Further, a significant difference in the J-ZBI score for assessing the care burden was observed between the Combination and Control groups from the 12th week. Significant differences from the Control group in item-by-item scores were observed in the following items: feeling of stress, dependence on care and influence on interpersonal exchange. It has been pointed out that BPSD sometimes causes family dysfunction and damages home nursing care [36,37]. In addition, the correlation found between NPI and J-ZBI in this study suggests that reduced BPSD leads to a lower care burden. Based on these findings, it appears that dementia medications such as memantine lighten the burden of care due to improvement of cognitive function, increased activity, and stabilization of emotions.

As regards cerebral blood flow in frontal cortex, a significant inhibition of reduction of cerebral blood flow was observed in bilateral middle frontal gyrus from 12 weeks to 24 weeks. The previous fMRI study observed strong deactivation in the medial frontal cortex which suggests that memory encoding of novel faces requires an increase in attentions [38]. We might infer from those findings that a slower decline in cognitive function results in a lighter care burden.

A review of published clinical trials of memantine indicated that early treatment of hypertension, a risk factor for stroke, reduces the risk of vascular dementia and slows its progression [39]. In addition, a previous study showed that memantine may be effective in improving the memory of patients with MCI [40]. As memantine may inhibit oxidative stress and inflammation during the early stage of the disease, memantine therapy as an anti-dementia drug could be effective without co-adiministration of any of the drug treatments for AD. But the results of the meta-analysis indicate that the use of the combination resulted in a larger effect size than the use of a ChEI alone in BPSD treatment22. Consequently, the optimal treatment effect on BPSD can be achieved through the combination of memantine and donepezil.

In our study, there were no serious side effects to stop using memantine for 72 weeks. Long-term studies show good tolerability of memantine with an acceptable side-effect profile [41]. It must be concluded that memantine is a relatively safe drug with few side effects and neglectable risk of drug-drug interactions, but adverse drug reactions (ADRs) of memantine (Stop using memantine serious side effects: cough, chest tightness, fever, trouble breathing; chest pain, fast heart rate; confusion, hallucinations; sudden numbness or weakness, especially on one side of the body; lack of coordination; fainting or seizure (convulsions); urinating less than usual or not at) are found in clinical trials in mild to severe dementia [42]. The effectiveness and side effects of memantine might be determined by the hepatic clearance of caffeine or various drugs. The metabolism might have accelerated with relevance to the current global NAFLD epidemic by maintaining connections between the brain and the adipose tissue-liver crosstalk [43-45].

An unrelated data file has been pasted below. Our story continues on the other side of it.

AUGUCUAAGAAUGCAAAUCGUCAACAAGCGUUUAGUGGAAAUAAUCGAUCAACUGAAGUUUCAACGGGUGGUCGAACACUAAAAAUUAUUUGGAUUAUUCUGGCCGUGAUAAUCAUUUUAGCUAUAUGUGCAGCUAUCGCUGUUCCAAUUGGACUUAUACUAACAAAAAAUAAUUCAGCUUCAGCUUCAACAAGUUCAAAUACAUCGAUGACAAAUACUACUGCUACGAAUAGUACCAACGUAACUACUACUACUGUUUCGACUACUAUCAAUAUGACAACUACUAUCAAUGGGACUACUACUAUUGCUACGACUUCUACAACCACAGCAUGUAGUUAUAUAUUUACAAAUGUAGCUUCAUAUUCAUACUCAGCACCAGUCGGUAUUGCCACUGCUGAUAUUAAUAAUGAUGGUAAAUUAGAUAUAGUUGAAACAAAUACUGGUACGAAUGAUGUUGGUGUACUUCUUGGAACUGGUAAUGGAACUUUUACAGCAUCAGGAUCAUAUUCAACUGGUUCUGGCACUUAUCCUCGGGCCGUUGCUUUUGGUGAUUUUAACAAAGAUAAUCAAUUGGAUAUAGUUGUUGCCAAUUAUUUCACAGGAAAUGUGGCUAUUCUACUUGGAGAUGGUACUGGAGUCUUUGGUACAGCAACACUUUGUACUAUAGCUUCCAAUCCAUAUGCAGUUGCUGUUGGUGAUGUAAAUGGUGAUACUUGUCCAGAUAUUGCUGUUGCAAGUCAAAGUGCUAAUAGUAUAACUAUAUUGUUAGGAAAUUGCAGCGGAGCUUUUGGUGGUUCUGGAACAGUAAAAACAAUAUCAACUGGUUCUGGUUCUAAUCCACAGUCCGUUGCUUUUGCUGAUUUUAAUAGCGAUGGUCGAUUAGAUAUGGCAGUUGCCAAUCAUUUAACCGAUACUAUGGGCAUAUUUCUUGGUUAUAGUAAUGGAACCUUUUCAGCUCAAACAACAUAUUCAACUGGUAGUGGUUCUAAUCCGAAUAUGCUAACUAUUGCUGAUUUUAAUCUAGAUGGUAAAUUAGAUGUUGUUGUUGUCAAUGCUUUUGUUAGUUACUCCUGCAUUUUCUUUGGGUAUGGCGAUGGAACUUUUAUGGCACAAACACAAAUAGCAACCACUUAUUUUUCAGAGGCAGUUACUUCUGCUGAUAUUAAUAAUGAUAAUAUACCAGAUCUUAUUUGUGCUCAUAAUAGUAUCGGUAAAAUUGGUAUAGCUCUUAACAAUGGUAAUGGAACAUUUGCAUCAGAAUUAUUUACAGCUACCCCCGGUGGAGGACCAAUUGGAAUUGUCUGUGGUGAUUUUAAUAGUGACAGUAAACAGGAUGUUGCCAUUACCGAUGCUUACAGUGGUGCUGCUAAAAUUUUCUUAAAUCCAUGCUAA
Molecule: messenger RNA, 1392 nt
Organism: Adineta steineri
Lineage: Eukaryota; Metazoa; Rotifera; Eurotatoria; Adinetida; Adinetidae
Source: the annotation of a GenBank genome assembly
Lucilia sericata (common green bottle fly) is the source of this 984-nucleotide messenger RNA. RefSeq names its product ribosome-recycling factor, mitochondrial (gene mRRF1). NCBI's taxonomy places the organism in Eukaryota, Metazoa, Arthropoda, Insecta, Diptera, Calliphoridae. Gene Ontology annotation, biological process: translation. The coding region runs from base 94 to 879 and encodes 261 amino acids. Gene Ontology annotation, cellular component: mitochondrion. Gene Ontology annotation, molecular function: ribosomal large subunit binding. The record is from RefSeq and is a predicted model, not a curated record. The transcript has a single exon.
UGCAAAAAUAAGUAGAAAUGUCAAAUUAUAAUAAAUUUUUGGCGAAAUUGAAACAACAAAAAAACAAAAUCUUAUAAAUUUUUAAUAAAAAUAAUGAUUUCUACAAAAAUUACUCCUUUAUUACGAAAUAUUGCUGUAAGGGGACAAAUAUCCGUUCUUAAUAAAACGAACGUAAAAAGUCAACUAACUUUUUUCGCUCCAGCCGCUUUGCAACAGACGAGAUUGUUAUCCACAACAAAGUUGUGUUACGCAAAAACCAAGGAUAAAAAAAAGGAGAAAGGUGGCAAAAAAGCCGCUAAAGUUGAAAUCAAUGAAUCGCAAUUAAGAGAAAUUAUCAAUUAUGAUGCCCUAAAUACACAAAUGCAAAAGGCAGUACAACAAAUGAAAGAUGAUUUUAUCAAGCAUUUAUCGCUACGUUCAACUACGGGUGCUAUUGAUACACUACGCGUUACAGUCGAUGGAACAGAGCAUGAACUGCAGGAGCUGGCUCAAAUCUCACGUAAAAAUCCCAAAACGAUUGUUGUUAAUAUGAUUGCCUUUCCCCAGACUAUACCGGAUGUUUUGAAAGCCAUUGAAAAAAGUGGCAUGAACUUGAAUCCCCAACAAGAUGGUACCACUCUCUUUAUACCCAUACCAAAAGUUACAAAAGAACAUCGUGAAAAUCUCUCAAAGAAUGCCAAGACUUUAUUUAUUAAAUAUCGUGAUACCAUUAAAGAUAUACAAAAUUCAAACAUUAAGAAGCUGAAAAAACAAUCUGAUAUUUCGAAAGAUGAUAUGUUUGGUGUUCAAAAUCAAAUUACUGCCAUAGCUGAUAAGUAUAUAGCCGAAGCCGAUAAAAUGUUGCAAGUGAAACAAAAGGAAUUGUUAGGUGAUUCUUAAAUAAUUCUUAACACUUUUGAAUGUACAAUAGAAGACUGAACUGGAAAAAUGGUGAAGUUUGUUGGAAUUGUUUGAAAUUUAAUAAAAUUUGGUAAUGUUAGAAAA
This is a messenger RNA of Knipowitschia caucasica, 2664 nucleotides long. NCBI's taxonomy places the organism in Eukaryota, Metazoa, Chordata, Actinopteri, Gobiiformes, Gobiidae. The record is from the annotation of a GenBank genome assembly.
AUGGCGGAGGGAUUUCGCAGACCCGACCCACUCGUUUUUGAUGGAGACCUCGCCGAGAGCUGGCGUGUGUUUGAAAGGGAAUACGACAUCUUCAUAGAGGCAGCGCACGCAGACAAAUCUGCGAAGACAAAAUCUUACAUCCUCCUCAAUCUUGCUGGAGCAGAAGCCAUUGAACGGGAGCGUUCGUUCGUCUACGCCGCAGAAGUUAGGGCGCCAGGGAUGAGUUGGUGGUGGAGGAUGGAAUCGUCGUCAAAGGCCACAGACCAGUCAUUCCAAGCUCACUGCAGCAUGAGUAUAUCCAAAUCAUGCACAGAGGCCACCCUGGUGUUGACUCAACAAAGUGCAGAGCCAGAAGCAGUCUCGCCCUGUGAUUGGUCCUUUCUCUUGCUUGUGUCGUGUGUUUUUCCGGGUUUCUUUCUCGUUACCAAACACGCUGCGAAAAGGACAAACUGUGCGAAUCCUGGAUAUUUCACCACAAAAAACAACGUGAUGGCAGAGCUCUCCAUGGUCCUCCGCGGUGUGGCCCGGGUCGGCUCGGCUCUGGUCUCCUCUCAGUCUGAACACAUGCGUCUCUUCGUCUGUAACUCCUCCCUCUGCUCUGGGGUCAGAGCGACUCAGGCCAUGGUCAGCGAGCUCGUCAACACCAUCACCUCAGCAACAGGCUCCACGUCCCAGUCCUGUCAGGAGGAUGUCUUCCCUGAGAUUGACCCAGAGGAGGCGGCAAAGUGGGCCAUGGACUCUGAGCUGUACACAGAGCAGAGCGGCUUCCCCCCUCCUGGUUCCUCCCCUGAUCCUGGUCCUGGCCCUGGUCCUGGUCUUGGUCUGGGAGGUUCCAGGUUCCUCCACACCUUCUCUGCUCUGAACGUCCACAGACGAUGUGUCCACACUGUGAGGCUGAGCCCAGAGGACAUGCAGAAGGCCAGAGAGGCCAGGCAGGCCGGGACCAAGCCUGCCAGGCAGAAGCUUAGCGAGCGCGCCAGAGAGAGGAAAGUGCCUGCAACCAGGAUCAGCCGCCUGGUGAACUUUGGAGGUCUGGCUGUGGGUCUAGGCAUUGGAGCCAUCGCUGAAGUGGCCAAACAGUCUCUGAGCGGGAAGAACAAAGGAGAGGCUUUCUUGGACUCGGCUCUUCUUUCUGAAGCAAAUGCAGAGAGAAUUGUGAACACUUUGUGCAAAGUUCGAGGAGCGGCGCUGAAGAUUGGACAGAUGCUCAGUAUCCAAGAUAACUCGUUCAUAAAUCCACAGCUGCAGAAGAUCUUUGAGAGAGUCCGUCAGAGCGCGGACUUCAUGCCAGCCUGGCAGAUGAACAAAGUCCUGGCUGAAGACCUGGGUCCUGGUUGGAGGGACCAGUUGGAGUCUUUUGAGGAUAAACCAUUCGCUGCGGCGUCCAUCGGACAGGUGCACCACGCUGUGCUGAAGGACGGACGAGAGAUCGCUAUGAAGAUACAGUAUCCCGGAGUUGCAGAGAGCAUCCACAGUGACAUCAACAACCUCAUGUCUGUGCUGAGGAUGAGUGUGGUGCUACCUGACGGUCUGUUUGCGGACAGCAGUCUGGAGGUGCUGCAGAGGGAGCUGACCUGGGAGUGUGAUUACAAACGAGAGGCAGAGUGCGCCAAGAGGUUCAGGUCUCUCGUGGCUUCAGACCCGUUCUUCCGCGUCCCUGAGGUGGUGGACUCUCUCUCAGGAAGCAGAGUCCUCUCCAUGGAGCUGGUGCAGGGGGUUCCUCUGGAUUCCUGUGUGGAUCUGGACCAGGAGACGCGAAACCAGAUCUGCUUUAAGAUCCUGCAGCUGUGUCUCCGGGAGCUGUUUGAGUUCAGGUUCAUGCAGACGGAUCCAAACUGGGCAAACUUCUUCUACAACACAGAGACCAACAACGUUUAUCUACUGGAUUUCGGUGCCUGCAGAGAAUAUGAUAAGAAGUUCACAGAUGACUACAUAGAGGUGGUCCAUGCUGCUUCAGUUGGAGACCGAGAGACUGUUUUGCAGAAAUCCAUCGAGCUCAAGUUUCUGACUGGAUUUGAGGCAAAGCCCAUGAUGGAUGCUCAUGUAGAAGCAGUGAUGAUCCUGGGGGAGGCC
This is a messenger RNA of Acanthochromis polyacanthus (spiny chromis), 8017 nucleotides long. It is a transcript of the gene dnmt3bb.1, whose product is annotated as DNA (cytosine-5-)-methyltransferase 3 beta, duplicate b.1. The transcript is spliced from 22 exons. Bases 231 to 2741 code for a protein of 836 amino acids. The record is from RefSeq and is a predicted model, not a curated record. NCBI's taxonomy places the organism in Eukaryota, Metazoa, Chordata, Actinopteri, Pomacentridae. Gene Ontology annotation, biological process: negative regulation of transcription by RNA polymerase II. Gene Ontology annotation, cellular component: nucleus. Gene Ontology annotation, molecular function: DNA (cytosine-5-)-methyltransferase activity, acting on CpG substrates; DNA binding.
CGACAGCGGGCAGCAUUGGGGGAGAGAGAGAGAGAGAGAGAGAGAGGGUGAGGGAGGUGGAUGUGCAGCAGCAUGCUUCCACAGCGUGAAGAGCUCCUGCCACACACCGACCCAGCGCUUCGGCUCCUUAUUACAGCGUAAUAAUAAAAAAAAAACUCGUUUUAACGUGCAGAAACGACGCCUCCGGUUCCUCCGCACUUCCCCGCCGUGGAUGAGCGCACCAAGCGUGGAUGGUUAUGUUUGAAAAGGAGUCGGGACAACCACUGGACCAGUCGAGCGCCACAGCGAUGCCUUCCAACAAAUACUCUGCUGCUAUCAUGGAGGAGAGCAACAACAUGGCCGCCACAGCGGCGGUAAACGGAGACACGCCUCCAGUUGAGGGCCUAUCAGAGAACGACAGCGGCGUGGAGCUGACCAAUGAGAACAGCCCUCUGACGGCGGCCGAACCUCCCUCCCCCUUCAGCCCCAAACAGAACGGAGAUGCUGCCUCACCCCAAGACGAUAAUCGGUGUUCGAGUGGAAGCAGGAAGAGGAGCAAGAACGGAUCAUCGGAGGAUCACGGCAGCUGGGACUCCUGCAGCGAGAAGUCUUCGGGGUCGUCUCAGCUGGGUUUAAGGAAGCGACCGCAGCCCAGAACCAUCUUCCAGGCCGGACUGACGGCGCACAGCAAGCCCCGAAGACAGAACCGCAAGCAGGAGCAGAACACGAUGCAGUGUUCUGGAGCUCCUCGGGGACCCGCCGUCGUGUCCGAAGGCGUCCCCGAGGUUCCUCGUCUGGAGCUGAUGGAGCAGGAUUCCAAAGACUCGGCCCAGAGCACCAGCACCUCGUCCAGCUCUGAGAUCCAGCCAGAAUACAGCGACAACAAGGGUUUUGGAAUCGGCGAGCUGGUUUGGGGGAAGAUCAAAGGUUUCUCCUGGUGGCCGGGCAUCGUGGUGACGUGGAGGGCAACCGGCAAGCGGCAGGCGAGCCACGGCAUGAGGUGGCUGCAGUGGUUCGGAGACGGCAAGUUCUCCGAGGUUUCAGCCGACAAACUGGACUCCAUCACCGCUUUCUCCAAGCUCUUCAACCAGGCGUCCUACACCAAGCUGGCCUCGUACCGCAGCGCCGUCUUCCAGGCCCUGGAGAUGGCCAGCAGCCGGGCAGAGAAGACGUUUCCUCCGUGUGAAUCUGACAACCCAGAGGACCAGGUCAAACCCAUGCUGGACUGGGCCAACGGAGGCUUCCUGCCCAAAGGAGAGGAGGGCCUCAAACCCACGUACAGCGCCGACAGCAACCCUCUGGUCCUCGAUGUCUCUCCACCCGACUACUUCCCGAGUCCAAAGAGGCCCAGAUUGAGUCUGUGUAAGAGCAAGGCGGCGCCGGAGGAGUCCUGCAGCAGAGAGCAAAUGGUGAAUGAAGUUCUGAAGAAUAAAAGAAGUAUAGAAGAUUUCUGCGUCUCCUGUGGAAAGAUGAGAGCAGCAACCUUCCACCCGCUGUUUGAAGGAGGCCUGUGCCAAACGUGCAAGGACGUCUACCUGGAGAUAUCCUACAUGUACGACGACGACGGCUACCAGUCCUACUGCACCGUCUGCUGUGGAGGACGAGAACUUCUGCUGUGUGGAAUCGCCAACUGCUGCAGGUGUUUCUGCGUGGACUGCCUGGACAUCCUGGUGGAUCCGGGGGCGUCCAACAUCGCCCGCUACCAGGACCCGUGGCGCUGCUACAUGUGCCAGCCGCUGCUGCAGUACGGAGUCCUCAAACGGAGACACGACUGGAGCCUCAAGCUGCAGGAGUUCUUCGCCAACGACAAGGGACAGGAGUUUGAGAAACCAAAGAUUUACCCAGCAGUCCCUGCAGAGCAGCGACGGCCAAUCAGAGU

As this study suggests, the effects of combination therapy in memantine and donepezil may continue for a relatively long time.

Limitations

The results of this study must be viewed in light of some limitations. Because the analysis was based on cross-sectional data, causality cannot be determined. Further, we should pay attention to the clinical importance corresponding to the statistical significance. Thus, more longitudinal studies are needed to assess cause-and-effect relationships. It is possible, however, that differences in assessment procedures and the small number of patients in this study may have influenced the results. Further studies with larger numbers of patients are required.

Conclusion

In this study, long-term administration of memantine to moderate to severe AD patients improved cognitive functions, BPSD, and global functions. The results of this study suggest that memantine administered to patients with moderate to severe AD could inhibit the reduction of cerebral blood flow in the left superior temporal lobe. The next step will be to conduct a large-scale study of the clinical characteristics of memantine as an anti-dementia drug with an increased number of cases.

Conflict of interest

None declared.

Acknowledgement

The authors declare that there are no conflicts of interest in relation to the subject of this study. Funding came from a Junior Scientist from the Shimane University Faculty of Medicine, and Health and Labour Sciences Research Grants, Japan.

Author Contributions

W.R., M.T. designed the study. H.S., H.J. coordinated the study. A.T. analyzed the data. W.R., M.T., H.J., N.M., F.M., and H.M., collected the clinical and pathological information for the AD cases. W.R., M.T. actively worked on the design, drafting and revision of the manuscript.

Keypoints

In this study, we evaluated the long-term effect2 of memantine on cognitive function, BPSD and the care burden, in patients with moderate-tosevere Alzheimer’s disease (AD).

In addition, we examined the association between the effects of memantine on brain blood flow using near-infrared spectroscopy (NIRS).

Administering memantine to AD patients was suggestesd to improve clinical symptoms overall, cognitive function, and BPSD, thereby reducing the care burden of caregivers.

Moreover, the reduction of cerebral blood flow in the prefrontal area might to be inhibited transiently during the long-term administration of memantine was observed.

References